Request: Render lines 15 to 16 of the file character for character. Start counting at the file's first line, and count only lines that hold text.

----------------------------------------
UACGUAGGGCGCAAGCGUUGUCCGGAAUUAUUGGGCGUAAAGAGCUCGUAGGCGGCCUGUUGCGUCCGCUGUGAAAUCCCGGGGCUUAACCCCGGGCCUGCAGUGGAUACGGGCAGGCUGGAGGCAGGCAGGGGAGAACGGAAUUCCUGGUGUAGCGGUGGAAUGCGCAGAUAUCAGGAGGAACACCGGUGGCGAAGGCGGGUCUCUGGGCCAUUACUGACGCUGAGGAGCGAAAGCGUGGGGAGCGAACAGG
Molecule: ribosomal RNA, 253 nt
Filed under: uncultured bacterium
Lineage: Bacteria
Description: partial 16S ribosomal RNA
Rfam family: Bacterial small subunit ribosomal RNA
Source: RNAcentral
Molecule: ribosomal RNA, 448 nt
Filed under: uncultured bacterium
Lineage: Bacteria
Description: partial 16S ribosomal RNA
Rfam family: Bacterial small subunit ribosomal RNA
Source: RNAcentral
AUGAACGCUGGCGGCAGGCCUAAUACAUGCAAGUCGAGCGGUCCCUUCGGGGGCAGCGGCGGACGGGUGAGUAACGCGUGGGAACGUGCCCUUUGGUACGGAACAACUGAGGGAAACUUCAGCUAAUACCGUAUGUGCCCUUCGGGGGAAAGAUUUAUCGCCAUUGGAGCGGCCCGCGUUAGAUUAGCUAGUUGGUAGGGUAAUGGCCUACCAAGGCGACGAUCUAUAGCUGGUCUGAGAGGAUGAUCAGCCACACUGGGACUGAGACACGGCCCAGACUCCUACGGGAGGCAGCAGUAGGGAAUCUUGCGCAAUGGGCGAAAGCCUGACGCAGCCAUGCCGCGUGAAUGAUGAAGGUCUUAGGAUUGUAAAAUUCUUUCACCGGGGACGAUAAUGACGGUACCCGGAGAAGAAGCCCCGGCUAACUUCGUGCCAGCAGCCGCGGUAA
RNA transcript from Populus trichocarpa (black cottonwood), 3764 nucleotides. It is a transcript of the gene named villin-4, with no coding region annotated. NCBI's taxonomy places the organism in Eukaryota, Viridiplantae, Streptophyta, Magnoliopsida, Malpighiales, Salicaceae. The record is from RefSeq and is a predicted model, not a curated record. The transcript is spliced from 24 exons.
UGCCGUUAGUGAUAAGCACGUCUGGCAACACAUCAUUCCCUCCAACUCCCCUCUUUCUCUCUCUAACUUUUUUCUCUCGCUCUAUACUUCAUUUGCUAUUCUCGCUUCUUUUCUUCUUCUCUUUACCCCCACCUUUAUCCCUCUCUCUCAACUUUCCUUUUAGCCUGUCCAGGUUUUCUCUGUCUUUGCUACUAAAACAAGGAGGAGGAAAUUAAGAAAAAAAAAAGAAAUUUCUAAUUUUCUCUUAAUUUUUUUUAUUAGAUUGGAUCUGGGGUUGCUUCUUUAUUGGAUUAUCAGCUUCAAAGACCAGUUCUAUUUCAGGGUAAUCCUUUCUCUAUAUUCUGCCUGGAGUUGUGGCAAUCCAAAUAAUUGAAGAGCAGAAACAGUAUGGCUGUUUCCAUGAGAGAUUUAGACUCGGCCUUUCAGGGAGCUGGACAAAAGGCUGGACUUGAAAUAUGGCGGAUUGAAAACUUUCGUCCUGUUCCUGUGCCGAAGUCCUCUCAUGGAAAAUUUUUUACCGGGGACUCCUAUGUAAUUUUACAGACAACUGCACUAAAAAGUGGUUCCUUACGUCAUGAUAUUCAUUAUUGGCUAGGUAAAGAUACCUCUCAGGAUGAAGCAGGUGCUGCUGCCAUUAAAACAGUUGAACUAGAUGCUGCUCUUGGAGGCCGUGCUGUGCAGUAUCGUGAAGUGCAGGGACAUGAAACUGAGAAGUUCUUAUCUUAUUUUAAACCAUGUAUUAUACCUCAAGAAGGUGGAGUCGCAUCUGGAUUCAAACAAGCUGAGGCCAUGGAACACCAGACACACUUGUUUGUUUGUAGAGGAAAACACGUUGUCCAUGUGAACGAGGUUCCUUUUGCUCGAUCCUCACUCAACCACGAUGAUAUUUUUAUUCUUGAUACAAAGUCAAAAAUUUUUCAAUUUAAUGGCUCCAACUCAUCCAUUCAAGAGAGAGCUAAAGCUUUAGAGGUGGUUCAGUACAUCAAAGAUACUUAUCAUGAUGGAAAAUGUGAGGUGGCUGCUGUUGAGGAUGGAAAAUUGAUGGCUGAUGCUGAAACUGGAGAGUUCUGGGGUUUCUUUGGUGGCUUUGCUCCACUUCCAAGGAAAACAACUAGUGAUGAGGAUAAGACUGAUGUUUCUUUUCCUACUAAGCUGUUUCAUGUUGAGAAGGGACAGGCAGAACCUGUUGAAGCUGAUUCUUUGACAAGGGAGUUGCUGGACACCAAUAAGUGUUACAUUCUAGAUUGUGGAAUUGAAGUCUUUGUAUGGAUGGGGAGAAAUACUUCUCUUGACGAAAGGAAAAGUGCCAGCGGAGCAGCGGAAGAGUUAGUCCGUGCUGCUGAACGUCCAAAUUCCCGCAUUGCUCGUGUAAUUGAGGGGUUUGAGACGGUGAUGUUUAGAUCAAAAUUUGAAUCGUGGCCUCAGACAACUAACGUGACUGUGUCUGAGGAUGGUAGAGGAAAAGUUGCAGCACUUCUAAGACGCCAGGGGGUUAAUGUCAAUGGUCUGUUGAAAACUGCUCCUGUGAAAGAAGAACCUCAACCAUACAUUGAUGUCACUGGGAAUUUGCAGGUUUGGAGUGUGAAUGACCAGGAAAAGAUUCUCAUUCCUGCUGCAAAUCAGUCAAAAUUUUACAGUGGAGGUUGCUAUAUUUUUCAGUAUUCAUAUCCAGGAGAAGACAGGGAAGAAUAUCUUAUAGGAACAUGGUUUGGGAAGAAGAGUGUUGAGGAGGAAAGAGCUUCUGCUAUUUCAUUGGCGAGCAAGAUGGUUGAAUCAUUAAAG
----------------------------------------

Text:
RNA transcript from Populus trichocarpa (black cottonwood), 3764 nucleotides. It is a transcript of the gene named villin-4, with no coding region annotated. NCBI's taxonomy places the organism in Eukaryota, Viridiplantae, Streptophyta, Magnoliopsida, Malpighiales, Salicaceae. The record is from RefSeq and is a predicted model, not a curated record. The transcript is spliced from 24 exons.
UGCCGUUAGUGAUAAGCACGUCUGGCAACACAUCAUUCCCUCCAACUCCCCUCUUUCUCUCUCUAACUUUUUUCUCUCGCUCUAUACUUCAUUUGCUAUUCUCGCUUCUUUUCUUCUUCUCUUUACCCCCACCUUUAUCCCUCUCUCUCAACUUUCCUUUUAGCCUGUCCAGGUUUUCUCUGUCUUUGCUACUAAAACAAGGAGGAGGAAAUUAAGAAAAAAAAAAGAAAUUUCUAAUUUUCUCUUAAUUUUUUUUAUUAGAUUGGAUCUGGGGUUGCUUCUUUAUUGGAUUAUCAGCUUCAAAGACCAGUUCUAUUUCAGGGUAAUCCUUUCUCUAUAUUCUGCCUGGAGUUGUGGCAAUCCAAAUAAUUGAAGAGCAGAAACAGUAUGGCUGUUUCCAUGAGAGAUUUAGACUCGGCCUUUCAGGGAGCUGGACAAAAGGCUGGACUUGAAAUAUGGCGGAUUGAAAACUUUCGUCCUGUUCCUGUGCCGAAGUCCUCUCAUGGAAAAUUUUUUACCGGGGACUCCUAUGUAAUUUUACAGACAACUGCACUAAAAAGUGGUUCCUUACGUCAUGAUAUUCAUUAUUGGCUAGGUAAAGAUACCUCUCAGGAUGAAGCAGGUGCUGCUGCCAUUAAAACAGUUGAACUAGAUGCUGCUCUUGGAGGCCGUGCUGUGCAGUAUCGUGAAGUGCAGGGACAUGAAACUGAGAAGUUCUUAUCUUAUUUUAAACCAUGUAUUAUACCUCAAGAAGGUGGAGUCGCAUCUGGAUUCAAACAAGCUGAGGCCAUGGAACACCAGACACACUUGUUUGUUUGUAGAGGAAAACACGUUGUCCAUGUGAACGAGGUUCCUUUUGCUCGAUCCUCACUCAACCACGAUGAUAUUUUUAUUCUUGAUACAAAGUCAAAAAUUUUUCAAUUUAAUGGCUCCAACUCAUCCAUUCAAGAGAGAGCUAAAGCUUUAGAGGUGGUUCAGUACAUCAAAGAUACUUAUCAUGAUGGAAAAUGUGAGGUGGCUGCUGUUGAGGAUGGAAAAUUGAUGGCUGAUGCUGAAACUGGAGAGUUCUGGGGUUUCUUUGGUGGCUUUGCUCCACUUCCAAGGAAAACAACUAGUGAUGAGGAUAAGACUGAUGUUUCUUUUCCUACUAAGCUGUUUCAUGUUGAGAAGGGACAGGCAGAACCUGUUGAAGCUGAUUCUUUGACAAGGGAGUUGCUGGACACCAAUAAGUGUUACAUUCUAGAUUGUGGAAUUGAAGUCUUUGUAUGGAUGGGGAGAAAUACUUCUCUUGACGAAAGGAAAAGUGCCAGCGGAGCAGCGGAAGAGUUAGUCCGUGCUGCUGAACGUCCAAAUUCCCGCAUUGCUCGUGUAAUUGAGGGGUUUGAGACGGUGAUGUUUAGAUCAAAAUUUGAAUCGUGGCCUCAGACAACUAACGUGACUGUGUCUGAGGAUGGUAGAGGAAAAGUUGCAGCACUUCUAAGACGCCAGGGGGUUAAUGUCAAUGGUCUGUUGAAAACUGCUCCUGUGAAAGAAGAACCUCAACCAUACAUUGAUGUCACUGGGAAUUUGCAGGUUUGGAGUGUGAAUGACCAGGAAAAGAUUCUCAUUCCUGCUGCAAAUCAGUCAAAAUUUUACAGUGGAGGUUGCUAUAUUUUUCAGUAUUCAUAUCCAGGAGAAGACAGGGAAGAAUAUCUUAUAGGAACAUGGUUUGGGAAGAAGAGUGUUGAGGAGGAAAGAGCUUCUGCUAUUUCAUUGGCGAGCAAGAUGGUUGAAUCAUUAAAG